This brings us to the political scandal that is ‘Udta Punjab’, of which CBFC ordered 13 different deletions including verbal profanity, public pissing, scenes of intravenous drug use, the inclusion of a common Punjabi homily in the dialogue, indeed the reference to Punjab itself. In Phantom Films Pvt. Ltd. v. CBFC [Bombay High Court order of June 13th, 2016], the court overruled these cuts, observing:

“The human sensibilities are not offended by vulgarity, obscenity or depravity. Such scenes and dialogues have to be viewed in totality. The story must be read and considered in its entirety. It is not safe to select a few words, sentences, dialogues and scenes and then to arrive at the conclusion reached by the board. If a strata of society habituated to indulge freely in vulgar abuses are shown as indulging in the same without in the slightest manner glorifying them or their language, then, we do not see anything objectionable in the words.” (Author’s Emphasis)

I gravely suspect Udta Punjab represents a greater watershed in the evolution of Indian thinking about decency in films than most people give it credit for. From a point in time in 1970 when the Censor Board was most concerned about tasteful thematic handling of disquieting subjects, we are now at a point where filmmakers are free to show any subject so long as the protagonists are ‘habituated’ to them. For instance, we know that there are paedophiles aplenty ‘habituated’ to getting oral sex from minors. I fear that the Bombay High Court has set up a criterion so broad that in the very near future, our films will literally leave nothing to the imagination. As a card carrying liberal, this should please me no end, but as is often the case, I now fear my own freedom. We can only take solace in the fact that we do not really have to see anything that offends us.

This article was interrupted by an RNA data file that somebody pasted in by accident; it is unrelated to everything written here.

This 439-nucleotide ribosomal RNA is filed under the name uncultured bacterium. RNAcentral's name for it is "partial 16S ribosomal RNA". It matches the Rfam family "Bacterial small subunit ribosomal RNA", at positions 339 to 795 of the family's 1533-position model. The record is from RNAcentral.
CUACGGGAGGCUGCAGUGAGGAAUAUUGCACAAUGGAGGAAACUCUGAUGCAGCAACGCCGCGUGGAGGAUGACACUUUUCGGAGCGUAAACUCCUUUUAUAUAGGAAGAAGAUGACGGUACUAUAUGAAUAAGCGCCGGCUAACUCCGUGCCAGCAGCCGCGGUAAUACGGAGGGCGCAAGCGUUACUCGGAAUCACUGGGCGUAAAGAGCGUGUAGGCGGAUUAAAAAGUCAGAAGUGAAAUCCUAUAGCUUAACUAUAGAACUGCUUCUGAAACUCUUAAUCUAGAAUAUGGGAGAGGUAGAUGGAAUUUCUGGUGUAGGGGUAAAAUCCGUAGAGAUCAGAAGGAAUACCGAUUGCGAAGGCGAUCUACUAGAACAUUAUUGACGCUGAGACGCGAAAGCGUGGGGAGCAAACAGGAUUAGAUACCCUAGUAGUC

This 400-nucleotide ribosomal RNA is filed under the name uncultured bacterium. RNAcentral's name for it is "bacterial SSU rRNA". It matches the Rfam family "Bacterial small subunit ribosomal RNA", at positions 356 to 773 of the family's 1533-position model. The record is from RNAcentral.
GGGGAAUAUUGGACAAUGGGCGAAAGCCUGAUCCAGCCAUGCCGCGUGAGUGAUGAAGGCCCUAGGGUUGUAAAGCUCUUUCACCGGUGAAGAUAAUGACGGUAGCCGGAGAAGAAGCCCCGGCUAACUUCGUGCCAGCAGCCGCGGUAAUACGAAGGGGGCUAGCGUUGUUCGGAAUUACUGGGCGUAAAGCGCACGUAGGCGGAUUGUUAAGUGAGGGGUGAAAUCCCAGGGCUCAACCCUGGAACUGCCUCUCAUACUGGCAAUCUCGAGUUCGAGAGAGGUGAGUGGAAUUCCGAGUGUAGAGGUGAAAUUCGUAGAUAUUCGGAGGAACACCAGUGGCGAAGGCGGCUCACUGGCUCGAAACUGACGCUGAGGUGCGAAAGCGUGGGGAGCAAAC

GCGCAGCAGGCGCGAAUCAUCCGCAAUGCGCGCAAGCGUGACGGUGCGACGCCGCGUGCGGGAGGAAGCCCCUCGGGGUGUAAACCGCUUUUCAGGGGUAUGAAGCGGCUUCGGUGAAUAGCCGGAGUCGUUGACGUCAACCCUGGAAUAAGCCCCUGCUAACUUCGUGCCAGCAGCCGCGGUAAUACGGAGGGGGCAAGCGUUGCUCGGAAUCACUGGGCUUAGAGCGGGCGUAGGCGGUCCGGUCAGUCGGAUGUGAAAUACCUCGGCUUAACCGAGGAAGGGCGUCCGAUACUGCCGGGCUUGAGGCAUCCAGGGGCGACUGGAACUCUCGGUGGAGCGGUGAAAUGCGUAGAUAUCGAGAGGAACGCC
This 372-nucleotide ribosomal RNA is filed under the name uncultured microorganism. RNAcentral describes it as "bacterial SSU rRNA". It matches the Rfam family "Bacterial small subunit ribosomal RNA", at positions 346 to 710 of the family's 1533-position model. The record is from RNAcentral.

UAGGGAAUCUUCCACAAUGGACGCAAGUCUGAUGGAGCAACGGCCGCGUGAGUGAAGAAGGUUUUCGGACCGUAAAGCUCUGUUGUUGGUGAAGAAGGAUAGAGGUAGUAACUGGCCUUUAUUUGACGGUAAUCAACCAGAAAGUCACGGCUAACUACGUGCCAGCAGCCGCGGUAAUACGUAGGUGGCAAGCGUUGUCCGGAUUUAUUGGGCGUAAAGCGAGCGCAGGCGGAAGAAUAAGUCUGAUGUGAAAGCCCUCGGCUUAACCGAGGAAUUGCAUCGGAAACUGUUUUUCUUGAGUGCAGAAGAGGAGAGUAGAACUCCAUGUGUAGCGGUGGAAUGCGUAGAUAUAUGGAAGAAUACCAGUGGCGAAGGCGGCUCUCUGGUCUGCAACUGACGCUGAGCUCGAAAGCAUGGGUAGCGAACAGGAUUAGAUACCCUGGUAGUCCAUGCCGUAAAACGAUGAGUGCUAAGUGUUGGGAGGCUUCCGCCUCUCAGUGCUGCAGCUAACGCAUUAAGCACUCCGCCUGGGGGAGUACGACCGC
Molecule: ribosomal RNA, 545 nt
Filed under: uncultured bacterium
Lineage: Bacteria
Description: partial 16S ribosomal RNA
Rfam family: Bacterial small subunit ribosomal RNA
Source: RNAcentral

External events, too, seem to be moving in the same direction. Indeed, Arun Jaitley anticipated the ‘Udta Punjab’ case by appointing the Benegal Committee on the first day of January 2016. He wanted it to examine the feasibility of replacing our censorship norms with some sort of certification regime. It submitted its first report on April 26th this year. It is early days yet but already, it is clear that the era of deleting scenes from films has passed. Films in future will have one of a variety of possible certificates representing their suitability of viewing. More significantly, the committee has taken the view that

“It is not for the CBFC to act as a moral compass by deciding what constitutes glorification or promotion of an issue or otherwise. The scope of the CBFC should largely only be to decide who and what category of audiences can watch the depiction of a particular theme, story, scene etc,…”

This brings me back to my problem with the maids at home. Indian cinematographic norms are moving to an extremely liberal position, but our laws in general continue to be entirely conservative. Taking only our criminal code, sexual harassment aside, Sec 293 sentences an offender to three years in jail for exhibiting any obscene object to any person under 21 years of age. Who is to say what object gets exhibited in an explicit movie scene! Section 294 similarly convicts anyone who ‘sings, recites or utters any obscene song, balled or words, in or near any public place’. What about that old Mehmood double entendre’ movie about “Sticking it in your hand on a dark night”? Section 509 condemns a person to three years in jail for anyone who ‘intending to insult the modesty of a women….exhibits any object intending…..such objects shall be seen by such women’.

Explicit movies run at home raise the spectre of multiple potential crimes in an environment where the underprivileged are increasingly becoming aware of their rights, to say nothing of the opportunity inherent in entrapping the babu in a crime. I fear that unless we take a holistic view of many of these crimes that are really opportunities, our courts are going to be clogged with a lot of cross class cases created by a censorship regime that was too liberal for the society in which it operates.

Originally published on September 26, 2016 in Business Today